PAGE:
Activision Blizzard has labelled Epic's claim that it was bribed into not creating its own app store as "nonsense", denying that it received $360 million in exchange for not competing with Google. This comes after documents from Epic's lawsuit against Google were unredacted, revealing that the game company accused Google of paying off competitors, keeping games on its app store.
Going under the name "Project Hug", court documents suggest that Google paid multiple companies hundreds of millions to convince them to stay on the Google Play Store. Activision Blizzard, however, is denying reports that it was included in this, stating that it was never "asked or pressured" into not competing with Google.
"Google never asked us, pressured us, or made us agree not to compete with them," says executive vice president for corporate affairs, Lulu Cheng Meservey. "We’ve already submitted documents and testimony disproving this nonsense."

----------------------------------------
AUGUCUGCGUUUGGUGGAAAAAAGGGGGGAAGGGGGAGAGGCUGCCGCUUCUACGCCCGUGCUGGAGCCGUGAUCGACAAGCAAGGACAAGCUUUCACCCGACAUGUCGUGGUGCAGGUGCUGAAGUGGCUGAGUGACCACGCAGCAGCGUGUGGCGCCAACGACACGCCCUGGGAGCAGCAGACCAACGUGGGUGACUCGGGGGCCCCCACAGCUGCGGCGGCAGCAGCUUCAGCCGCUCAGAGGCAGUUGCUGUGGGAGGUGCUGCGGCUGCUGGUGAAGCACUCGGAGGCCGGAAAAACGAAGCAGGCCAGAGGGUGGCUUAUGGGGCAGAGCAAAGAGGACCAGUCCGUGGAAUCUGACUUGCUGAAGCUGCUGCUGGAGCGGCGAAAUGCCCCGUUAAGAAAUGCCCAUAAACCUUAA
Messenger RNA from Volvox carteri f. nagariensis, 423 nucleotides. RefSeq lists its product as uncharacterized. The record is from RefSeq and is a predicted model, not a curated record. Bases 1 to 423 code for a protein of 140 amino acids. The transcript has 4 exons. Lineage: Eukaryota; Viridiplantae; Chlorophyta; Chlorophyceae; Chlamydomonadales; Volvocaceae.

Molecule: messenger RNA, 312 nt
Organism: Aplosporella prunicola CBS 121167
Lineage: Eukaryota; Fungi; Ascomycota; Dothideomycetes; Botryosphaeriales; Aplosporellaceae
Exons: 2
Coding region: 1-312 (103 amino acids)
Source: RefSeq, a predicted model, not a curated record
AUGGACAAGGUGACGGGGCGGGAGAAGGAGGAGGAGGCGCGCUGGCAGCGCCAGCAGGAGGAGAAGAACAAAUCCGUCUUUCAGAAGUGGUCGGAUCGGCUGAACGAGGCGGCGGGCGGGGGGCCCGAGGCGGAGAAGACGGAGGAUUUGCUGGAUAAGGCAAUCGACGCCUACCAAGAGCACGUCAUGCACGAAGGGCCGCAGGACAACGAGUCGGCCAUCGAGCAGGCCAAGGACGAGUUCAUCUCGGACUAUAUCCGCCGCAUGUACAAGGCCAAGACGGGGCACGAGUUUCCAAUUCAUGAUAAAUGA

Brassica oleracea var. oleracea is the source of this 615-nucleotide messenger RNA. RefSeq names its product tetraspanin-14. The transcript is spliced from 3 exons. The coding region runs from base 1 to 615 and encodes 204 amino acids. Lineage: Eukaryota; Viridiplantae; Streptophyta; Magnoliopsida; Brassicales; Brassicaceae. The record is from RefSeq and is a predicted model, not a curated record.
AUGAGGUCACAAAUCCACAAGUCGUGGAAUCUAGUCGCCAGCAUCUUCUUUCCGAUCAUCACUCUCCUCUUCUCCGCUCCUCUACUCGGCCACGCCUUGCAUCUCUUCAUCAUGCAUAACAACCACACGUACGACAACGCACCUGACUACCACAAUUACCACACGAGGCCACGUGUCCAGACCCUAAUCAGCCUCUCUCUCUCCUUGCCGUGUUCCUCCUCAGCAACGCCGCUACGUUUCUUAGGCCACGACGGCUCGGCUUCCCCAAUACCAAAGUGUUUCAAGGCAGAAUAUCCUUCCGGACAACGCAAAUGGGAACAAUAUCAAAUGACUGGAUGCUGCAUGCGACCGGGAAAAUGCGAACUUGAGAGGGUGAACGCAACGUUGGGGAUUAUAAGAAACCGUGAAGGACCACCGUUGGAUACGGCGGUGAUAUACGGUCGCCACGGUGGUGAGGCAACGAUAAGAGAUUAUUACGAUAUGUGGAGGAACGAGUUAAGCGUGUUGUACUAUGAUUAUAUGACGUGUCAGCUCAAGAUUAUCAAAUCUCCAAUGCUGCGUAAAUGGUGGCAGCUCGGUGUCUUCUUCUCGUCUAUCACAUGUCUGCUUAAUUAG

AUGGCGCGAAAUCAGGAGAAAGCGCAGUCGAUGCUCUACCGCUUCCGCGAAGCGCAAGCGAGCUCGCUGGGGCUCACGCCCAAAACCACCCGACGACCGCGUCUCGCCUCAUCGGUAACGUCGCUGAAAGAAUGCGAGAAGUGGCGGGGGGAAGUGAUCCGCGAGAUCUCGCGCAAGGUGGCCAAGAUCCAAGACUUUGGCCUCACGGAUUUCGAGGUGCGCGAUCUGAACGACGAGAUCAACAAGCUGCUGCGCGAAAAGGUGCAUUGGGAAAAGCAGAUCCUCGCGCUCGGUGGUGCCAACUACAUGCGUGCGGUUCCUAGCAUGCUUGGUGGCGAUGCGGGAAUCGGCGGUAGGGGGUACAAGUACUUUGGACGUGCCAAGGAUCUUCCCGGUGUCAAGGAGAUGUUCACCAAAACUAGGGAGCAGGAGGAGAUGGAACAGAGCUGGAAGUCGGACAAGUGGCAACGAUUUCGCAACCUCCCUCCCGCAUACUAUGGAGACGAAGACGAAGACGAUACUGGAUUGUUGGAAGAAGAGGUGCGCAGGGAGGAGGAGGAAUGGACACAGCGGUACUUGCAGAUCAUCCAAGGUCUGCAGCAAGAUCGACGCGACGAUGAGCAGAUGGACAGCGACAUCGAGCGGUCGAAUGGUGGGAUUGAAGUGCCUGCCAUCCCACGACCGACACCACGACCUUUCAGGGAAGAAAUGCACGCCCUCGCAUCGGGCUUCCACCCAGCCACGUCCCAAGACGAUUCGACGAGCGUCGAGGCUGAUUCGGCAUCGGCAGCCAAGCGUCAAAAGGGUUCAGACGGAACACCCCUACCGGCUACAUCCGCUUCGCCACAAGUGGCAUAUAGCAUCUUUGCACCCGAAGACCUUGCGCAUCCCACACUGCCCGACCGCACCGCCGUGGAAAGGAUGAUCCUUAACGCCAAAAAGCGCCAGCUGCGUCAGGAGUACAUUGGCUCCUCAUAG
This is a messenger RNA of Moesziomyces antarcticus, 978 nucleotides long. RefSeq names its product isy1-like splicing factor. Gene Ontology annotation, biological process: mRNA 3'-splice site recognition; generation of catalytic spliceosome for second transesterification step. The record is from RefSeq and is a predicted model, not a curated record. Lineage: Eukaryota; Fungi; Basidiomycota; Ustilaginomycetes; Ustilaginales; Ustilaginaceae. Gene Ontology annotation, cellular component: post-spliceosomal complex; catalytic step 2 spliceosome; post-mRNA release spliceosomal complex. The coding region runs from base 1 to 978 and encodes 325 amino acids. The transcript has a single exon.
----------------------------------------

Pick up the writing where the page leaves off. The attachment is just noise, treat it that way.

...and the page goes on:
Google is yet to release a statement on the matter, and it seems that the tech giant will avoid commenting on it altogether.
These allegations against Google are nothing new, with the company previously accused of paying off multiple other potential rivals. Project Hug apparently included the likes of Tencent, Nintendo, and Riot Games. This apparently came after Fortnite was pulled from its own app store for trying to avoid sharing in-app purchase revenue with Google and Apple, with the former eager to avoid other companies using the opportunity to strike out on their own.
This is far from the wildest turn in the Epic Vs. Apple and Google saga. During its antitrust lawsuit against Google, it was suggested that Google actually wanted to buy Epic. This was apparently done to "squelch [the] threat" of Epic becoming an app store rival.
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